New life will be returned to the River Thame this Thursday (17th April, 2008) as Thames Water unveils major environmental improvements aimed at benefiting the local fish habitat, restoring and improving its health following a pollution incident in 2002.
Parliamentary Spokesperson for Angling, Martin Salter MP, will declare works on the river complete and welcome the arrival of new wildlife into the river with representatives of the Thame Valley Fisheries Preservation Consultative and the Environment Agency.
A £250,000 project has enhanced just under a mile (1.5km) of a popular public fishing location along the River Thame, through the grounds of Waddesdon Manor, near Aylesbury. Over the coming years 20,000 new fish will be reintroduced into the river with the assistance of the Environment Agency.
Martin Salter MP, Parliamentary spokesperson for Angling said:
"Whilst any pollution incident is to be regretted I am pleased that Thames Water is making such a significant contribution towards improving the fish stocks and spawning grounds of this lovely little river. This project is giving Mother Nature a helping hand."
Thames Water's Director for Sustainability, Richard Aylard said:
"We believe this will make a tremendous contribution to the health of the river and add to the enjoyment gained by its many users. This project demonstrates the importance Thames Water places on our responsibility to the environment."
A number of new features have been incorporated into the enhancements to the river. Fish will have the benefit of new spawning grounds and refuge channels to protect and encourage breeding. Five gravel bedded riffles have been created to encourage diversification of fish species and provide spawning sites.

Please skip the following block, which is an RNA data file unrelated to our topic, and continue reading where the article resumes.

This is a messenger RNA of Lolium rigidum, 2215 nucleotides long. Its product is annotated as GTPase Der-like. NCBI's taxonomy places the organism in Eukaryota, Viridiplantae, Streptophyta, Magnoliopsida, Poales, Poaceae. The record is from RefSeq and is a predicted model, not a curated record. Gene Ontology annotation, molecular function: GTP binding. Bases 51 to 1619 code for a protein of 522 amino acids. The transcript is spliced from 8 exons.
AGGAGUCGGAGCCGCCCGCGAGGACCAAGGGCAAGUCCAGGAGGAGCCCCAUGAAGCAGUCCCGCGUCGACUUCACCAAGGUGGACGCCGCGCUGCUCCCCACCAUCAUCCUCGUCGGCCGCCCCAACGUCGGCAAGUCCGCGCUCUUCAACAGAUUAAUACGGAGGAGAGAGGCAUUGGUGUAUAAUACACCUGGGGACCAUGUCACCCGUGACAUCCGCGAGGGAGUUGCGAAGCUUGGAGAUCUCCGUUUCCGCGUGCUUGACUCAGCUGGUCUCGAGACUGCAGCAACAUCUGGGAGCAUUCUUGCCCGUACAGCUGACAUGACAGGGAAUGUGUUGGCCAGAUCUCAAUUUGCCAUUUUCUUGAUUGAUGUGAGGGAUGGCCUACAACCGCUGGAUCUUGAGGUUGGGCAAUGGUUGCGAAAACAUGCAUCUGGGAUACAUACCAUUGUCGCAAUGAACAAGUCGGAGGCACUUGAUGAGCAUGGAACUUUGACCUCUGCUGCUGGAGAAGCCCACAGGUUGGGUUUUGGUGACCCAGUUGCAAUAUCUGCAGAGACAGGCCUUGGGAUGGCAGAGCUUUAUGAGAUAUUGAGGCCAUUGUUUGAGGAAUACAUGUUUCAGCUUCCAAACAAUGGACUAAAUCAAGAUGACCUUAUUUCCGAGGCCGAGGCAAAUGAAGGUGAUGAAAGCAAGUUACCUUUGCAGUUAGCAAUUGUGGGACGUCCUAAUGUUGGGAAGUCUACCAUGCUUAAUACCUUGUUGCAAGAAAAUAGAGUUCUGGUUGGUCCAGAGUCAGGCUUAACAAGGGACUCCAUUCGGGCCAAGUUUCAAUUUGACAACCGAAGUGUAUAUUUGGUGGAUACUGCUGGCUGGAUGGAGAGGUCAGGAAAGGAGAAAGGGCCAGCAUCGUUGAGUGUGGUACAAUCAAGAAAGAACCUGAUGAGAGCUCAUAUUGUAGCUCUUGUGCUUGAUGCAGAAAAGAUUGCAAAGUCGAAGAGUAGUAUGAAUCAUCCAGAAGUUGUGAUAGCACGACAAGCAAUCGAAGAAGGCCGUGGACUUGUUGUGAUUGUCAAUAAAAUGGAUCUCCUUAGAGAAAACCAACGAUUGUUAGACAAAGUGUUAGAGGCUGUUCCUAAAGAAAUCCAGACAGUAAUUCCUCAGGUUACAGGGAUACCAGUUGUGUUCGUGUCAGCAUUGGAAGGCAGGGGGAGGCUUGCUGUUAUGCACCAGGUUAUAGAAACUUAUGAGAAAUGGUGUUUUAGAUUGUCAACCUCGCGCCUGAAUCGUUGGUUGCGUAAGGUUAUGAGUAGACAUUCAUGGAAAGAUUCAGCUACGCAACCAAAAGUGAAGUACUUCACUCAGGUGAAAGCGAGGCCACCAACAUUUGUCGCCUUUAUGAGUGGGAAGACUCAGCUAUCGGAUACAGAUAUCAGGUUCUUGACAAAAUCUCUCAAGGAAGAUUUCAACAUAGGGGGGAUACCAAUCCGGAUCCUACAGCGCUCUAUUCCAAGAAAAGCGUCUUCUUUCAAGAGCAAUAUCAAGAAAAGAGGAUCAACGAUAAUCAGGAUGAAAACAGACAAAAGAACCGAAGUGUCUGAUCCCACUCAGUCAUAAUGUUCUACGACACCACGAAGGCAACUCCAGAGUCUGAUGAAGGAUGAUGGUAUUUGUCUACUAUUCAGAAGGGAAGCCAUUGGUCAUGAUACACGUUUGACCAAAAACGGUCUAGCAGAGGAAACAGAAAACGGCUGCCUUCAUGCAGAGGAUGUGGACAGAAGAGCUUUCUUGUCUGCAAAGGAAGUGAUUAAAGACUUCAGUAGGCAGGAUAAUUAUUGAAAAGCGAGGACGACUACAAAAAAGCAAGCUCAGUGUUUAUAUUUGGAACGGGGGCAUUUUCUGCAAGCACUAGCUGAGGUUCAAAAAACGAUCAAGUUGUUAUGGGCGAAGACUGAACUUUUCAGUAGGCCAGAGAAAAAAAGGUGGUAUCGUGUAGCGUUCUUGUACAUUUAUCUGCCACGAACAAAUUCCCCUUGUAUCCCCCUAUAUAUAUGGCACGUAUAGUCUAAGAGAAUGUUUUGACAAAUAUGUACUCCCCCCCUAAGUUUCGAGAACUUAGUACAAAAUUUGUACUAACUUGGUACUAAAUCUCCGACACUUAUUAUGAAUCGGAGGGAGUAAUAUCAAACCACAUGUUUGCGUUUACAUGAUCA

Local plant and wildlife will also benefit from the improvement, with new areas to stimulate growth and nurture creatures such as water voles. The enhancements will enable and foster up-stream fish migration, which has not been possible for over 120 years.
Fish introduced into the river will include: chub, roach, bream, perch and gudgeon. They will be released gradually into the river under the supervision of the Environment Agency.
The project has been joint initiative involving Thames Water, the Environment Agency, the Thame Valley Fisheries Preservation Consultative, Waddesdon Estate and the Ernest Cooke Trust, and follows a pollution incident at Aylesbury sewage treatment works in 2002 which damaged the river habitat downstream. Since then efficiency and water quality discharge standards from the sewage works have been vastly improved enabling enhancements to the river to be undertaken.
From left: Sally Coble (Environment Agency), Dave Wales (Thame Valley Fisheries Preservation Consultative), Eddie Eastern (Thames Water Project Manager), George Bateman (local angler), Martin Salter MP, John Colton (MD of Kingcombe Aquacare), Edward Parsons (Waddesdon Estates Manager)